“Yes and no. He said he was getting divorced. But he never did. His friends were all…knowing people. I felt like they had a sly little joke in the background, about me, the dumb little wannabe. But when I say he was my boyfriend…”
Tom’s mouth twitched.
“Be serious, now. He vas! But I was not his girlfriend, you see. He didn’t need one. The same line he used to criticize my book, he used to dump me. I’ll get to it. First I want you to know how it ends, Hector and his father. They write to each other, and old Mr. Carter, finding his son has stopped being stubborn, seems not mad at him anymore, takes an interest, even, in his little stories, begins telling Hector about his life, how he lost two businesses, how he was away…hundreds of miles…on a sales job, when his wife died, and he couldn’t afford the telegrams to set his mind at ease about his sons. A secret about Harold’s older brother, who is also dead…and of course this is not shattering to Hector. He’s gentle, encouraging with Carter. Carter is Hector’s friend, his sounding-board, his father…he finally comes to feel that he loves this man. Except…they will have to meet.
“And I’ll tell you, I really entertained leaving the end to hang. But, literary license aside…is it heartbreaking for both of them? Should Hector quit his job and grab a train, let the old man suffer the lesser evil? And then there’s the Tichborne solution, that I confess I really preferred. You don’t know what I mean.”
“Sounds like a spy novel.”
“In the Victorian era a man vanished, an heir to a baronetcy…shipwrecked, it was thought. A Cockney butcher from Australia arrives in England twelve years later, and says he’s Roger Tichborne. Lady Tichborne simply accepts him. Because it’s a little comical, but you know, good laughter… Or did my mother ever…?”
“Empathizing, not mocking?”
“At the same time it’s very much human nature, and I could see Carter and Hector solved that way, Carter never doubting this young man who doesn’t look like Harold, is him regardless…”
He was fluttering her manuscript’s back pages. “You did leave it hang, though.”
“That’s what you call unfinished. You asked me if Hector ever met Dorrie. I came into it stuck exactly there. I thought Ian would be a magic mentor, ask me riddles…and when I’d guessed them, dilemmas would untangle themselves before my eyes. Something like that. Dorrie seemed non-negotiable, but darned if I could explain to Ian why. I agreed with him the scene didn’t click. He liked them being lovers. I said…arguing from a weak position maybe…why would a respectable Bangor housewife in the year 1912, start an affair with a man impersonating her cousin? Theodore Dreiser, he said. But I don’t know why you want to write Dreiser, it’s the seventies. And you throw in character humor, like you were writing Dickens…that makes it worse. Maybe you should do this from Dorrie’s point of view. I saw Ian breaking my project down into a dismal woman’s novel. Upper class heroine sports for a weekend with lower class man…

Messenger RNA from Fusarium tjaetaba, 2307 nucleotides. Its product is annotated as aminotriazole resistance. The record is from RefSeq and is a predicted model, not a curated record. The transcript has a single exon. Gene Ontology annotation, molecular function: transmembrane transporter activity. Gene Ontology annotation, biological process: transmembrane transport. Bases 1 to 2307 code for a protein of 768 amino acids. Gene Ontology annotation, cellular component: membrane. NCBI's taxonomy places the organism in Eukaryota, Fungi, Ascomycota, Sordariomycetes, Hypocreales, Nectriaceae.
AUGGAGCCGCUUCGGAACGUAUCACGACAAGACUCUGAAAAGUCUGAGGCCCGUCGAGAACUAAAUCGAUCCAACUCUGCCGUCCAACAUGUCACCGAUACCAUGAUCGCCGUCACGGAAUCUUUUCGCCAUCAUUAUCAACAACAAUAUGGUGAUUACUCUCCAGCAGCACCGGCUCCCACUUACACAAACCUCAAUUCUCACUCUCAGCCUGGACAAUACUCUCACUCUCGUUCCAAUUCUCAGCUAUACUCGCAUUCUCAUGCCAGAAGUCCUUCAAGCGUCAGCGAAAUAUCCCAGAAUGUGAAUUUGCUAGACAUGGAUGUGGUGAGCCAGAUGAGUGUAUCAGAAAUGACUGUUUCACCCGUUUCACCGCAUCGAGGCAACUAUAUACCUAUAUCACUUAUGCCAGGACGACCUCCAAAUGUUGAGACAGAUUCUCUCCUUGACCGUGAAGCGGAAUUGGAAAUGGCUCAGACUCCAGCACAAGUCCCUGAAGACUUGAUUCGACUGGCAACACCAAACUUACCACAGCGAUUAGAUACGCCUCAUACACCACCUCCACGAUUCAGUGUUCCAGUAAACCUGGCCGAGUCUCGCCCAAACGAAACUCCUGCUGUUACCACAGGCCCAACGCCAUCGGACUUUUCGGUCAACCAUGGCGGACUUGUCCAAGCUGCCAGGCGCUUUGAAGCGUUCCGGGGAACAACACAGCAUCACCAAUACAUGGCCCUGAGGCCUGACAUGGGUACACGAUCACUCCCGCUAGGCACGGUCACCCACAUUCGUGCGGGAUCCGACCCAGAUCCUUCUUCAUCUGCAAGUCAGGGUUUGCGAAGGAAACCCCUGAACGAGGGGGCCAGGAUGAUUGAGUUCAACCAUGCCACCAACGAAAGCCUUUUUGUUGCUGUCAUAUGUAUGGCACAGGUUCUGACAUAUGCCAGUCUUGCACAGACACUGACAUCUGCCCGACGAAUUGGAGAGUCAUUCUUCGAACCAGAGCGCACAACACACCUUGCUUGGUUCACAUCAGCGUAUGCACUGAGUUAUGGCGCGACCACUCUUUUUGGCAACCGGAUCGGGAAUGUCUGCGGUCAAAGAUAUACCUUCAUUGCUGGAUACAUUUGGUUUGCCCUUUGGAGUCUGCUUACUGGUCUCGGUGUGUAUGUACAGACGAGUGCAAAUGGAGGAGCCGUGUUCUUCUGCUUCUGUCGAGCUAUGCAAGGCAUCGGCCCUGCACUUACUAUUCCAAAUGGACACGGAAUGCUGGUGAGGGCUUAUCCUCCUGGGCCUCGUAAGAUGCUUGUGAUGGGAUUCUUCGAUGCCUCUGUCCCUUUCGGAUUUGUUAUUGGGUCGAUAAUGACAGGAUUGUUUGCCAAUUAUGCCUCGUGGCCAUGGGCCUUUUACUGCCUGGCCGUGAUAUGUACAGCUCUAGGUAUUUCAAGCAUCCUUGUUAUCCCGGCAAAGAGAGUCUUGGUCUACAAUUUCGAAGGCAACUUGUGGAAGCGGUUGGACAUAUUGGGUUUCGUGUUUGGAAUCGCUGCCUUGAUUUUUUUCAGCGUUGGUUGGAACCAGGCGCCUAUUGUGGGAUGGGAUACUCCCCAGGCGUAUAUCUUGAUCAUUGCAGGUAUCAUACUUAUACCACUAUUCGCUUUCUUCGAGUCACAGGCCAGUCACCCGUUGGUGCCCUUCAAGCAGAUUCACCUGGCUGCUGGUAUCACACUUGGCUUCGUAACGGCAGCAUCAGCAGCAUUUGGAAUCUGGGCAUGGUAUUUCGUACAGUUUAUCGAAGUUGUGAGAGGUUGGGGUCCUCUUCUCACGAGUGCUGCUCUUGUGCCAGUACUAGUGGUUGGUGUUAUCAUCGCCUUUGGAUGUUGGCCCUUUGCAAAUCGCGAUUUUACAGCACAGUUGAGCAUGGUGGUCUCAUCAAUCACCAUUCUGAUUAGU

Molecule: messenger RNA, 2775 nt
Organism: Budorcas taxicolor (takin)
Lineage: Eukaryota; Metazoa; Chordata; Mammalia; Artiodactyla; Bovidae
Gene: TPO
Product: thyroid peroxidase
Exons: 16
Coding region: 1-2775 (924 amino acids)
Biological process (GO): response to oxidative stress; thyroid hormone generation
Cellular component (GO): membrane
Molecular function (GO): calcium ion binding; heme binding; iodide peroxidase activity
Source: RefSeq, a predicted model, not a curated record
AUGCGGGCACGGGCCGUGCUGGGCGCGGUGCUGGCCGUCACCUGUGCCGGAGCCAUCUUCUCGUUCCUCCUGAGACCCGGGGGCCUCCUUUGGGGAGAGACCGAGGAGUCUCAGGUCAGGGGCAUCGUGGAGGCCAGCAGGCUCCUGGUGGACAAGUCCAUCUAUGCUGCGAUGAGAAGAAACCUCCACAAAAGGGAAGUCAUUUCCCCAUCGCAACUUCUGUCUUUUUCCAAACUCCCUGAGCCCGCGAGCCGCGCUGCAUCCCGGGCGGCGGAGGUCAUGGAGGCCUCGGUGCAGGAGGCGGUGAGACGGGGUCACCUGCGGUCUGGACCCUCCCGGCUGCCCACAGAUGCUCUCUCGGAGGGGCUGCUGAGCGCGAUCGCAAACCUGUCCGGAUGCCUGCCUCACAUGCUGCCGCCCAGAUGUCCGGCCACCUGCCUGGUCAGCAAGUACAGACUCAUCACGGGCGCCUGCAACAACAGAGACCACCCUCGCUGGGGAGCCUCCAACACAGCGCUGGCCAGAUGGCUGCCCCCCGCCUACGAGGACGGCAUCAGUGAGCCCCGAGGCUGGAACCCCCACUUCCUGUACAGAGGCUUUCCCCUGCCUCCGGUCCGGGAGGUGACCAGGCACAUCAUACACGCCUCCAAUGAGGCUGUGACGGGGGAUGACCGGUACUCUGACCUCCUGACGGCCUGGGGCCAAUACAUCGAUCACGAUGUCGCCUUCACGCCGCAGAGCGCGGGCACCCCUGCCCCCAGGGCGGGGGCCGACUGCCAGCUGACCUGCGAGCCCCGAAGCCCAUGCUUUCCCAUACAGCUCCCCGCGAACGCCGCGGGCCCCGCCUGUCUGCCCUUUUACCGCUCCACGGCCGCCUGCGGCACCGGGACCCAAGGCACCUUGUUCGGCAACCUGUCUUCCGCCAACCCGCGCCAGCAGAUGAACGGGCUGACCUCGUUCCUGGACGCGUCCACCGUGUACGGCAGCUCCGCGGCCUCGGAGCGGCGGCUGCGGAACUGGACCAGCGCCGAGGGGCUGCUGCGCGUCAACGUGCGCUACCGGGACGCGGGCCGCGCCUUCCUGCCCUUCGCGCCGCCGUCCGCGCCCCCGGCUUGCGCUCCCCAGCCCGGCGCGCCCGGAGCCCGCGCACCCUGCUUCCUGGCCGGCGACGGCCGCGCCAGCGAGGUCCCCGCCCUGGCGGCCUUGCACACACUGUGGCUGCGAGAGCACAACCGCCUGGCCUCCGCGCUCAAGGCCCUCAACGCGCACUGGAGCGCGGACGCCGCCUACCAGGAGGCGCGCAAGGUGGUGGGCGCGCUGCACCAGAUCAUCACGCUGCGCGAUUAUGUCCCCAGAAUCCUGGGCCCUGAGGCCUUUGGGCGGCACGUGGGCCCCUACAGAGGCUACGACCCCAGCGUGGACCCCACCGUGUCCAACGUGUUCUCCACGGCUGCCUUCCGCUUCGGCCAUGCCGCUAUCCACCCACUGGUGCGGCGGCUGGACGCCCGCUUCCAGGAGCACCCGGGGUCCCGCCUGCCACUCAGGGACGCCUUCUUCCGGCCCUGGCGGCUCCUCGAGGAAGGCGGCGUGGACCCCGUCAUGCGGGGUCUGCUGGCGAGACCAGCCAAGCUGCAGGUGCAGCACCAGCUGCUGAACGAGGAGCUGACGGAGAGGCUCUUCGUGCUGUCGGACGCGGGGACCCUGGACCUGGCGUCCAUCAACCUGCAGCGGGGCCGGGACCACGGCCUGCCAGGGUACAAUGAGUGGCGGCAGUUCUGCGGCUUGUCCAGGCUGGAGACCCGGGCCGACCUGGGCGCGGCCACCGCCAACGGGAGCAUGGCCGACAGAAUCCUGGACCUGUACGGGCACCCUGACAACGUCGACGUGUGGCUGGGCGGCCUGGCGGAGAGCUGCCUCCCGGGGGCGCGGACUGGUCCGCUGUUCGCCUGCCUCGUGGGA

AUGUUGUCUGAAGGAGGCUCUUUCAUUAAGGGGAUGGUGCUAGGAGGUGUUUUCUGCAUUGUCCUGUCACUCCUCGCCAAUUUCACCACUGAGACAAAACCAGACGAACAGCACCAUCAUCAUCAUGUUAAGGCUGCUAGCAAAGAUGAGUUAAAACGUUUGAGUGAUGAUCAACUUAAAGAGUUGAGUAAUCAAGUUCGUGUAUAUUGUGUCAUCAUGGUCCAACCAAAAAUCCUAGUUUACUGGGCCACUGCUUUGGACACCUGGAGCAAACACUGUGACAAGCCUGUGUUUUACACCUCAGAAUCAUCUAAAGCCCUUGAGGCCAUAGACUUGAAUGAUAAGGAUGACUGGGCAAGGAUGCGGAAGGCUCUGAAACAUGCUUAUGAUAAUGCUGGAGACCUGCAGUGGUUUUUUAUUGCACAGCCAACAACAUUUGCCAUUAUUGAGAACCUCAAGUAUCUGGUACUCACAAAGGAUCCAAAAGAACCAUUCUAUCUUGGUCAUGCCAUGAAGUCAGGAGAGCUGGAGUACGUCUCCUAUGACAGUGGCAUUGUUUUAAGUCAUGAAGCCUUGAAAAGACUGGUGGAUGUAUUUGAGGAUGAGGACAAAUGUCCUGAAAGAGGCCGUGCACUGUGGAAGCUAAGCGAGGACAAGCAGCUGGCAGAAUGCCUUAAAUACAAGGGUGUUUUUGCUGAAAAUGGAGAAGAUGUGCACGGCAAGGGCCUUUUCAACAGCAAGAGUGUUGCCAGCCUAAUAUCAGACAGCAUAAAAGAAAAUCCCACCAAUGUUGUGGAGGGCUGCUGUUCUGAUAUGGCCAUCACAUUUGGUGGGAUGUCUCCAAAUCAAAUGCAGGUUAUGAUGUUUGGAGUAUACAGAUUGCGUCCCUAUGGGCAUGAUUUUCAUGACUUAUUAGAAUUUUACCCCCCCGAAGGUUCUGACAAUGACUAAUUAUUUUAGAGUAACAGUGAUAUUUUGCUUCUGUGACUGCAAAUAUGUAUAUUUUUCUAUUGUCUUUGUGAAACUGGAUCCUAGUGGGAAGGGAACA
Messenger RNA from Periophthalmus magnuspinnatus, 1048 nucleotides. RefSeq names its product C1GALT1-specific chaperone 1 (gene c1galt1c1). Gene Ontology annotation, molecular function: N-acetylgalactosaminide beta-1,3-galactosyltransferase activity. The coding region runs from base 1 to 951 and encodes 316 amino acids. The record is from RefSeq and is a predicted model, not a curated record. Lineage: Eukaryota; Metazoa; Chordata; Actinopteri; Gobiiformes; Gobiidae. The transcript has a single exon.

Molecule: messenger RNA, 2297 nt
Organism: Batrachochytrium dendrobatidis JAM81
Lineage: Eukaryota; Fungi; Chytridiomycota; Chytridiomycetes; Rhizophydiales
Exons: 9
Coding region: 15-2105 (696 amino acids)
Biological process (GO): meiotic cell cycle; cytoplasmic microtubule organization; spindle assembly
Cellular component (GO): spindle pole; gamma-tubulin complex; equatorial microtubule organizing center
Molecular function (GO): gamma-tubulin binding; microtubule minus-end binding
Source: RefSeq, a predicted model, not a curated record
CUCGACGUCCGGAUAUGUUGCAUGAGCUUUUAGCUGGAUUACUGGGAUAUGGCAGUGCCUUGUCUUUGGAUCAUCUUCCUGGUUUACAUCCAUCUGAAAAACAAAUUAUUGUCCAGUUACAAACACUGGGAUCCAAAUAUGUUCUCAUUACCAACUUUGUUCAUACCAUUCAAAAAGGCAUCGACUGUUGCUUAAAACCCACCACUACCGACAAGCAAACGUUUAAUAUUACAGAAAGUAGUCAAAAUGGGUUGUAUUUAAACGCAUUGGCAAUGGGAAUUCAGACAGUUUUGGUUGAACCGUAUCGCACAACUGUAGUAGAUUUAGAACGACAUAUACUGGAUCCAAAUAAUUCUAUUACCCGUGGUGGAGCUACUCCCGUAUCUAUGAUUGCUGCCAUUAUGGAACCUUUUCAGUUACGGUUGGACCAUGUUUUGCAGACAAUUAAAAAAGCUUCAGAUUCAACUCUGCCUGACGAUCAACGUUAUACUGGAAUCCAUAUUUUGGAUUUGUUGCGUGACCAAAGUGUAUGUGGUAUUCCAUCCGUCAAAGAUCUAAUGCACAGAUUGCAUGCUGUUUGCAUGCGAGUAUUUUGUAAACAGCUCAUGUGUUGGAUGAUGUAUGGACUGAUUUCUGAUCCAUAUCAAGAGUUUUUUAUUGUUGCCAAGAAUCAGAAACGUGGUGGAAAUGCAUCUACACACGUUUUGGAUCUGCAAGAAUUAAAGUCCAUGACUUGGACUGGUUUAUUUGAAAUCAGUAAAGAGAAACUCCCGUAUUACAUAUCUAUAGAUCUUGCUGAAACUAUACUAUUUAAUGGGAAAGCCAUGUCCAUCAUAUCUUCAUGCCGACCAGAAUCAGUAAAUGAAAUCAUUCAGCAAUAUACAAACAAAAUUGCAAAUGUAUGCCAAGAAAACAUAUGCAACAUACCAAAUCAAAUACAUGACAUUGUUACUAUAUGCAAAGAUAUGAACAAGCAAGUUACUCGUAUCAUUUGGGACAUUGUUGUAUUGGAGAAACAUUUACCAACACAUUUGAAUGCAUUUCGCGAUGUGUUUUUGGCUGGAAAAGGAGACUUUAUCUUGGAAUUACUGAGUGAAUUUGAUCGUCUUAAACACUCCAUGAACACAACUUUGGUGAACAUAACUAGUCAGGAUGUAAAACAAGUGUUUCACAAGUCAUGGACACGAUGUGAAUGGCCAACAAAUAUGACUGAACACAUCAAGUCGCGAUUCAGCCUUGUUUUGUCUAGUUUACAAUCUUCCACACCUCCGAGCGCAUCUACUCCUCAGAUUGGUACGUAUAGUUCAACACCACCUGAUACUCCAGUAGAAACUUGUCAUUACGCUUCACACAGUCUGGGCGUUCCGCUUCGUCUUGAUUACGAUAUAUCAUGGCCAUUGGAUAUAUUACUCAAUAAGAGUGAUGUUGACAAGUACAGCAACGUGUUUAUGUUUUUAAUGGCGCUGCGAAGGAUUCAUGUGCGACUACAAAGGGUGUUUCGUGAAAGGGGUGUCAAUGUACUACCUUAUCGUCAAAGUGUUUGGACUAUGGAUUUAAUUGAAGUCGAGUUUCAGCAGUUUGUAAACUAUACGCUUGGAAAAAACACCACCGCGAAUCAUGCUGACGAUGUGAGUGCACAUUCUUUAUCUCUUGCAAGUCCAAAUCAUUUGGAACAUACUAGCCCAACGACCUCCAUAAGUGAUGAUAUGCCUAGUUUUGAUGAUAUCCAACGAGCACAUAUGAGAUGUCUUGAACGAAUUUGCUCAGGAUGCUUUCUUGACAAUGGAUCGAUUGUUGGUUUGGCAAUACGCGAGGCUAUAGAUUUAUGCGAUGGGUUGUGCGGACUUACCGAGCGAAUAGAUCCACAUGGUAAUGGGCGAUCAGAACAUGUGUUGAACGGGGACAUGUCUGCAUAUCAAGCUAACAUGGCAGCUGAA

“And without any logic to it. It’s a book world conceit, that you don’t do business with people and carry on. You have to have love affairs. But anyway, learning to value her marriage, la di dah…
“He said, don’t you think you’re taking on a lot? Don’t you think the trouble you’re having writing Hector is just lack of experience? I wasn’t having trouble writing Hector. I felt, I still feel, I knew Hector very well…I said no, no, no, and Ian said come on, he should not have a wife at home and kids. Not unless you plan to resolve it. But! In real life, that’s precisely the sort of thing people don’t resolve. Hector would end up one of those loveable scamps, not even Pickwickian now, just airport fodder. It matters that finding his father, in effect, is what opens his mind to how little he’s cared about other people.”
(2019, Stephanie Foster)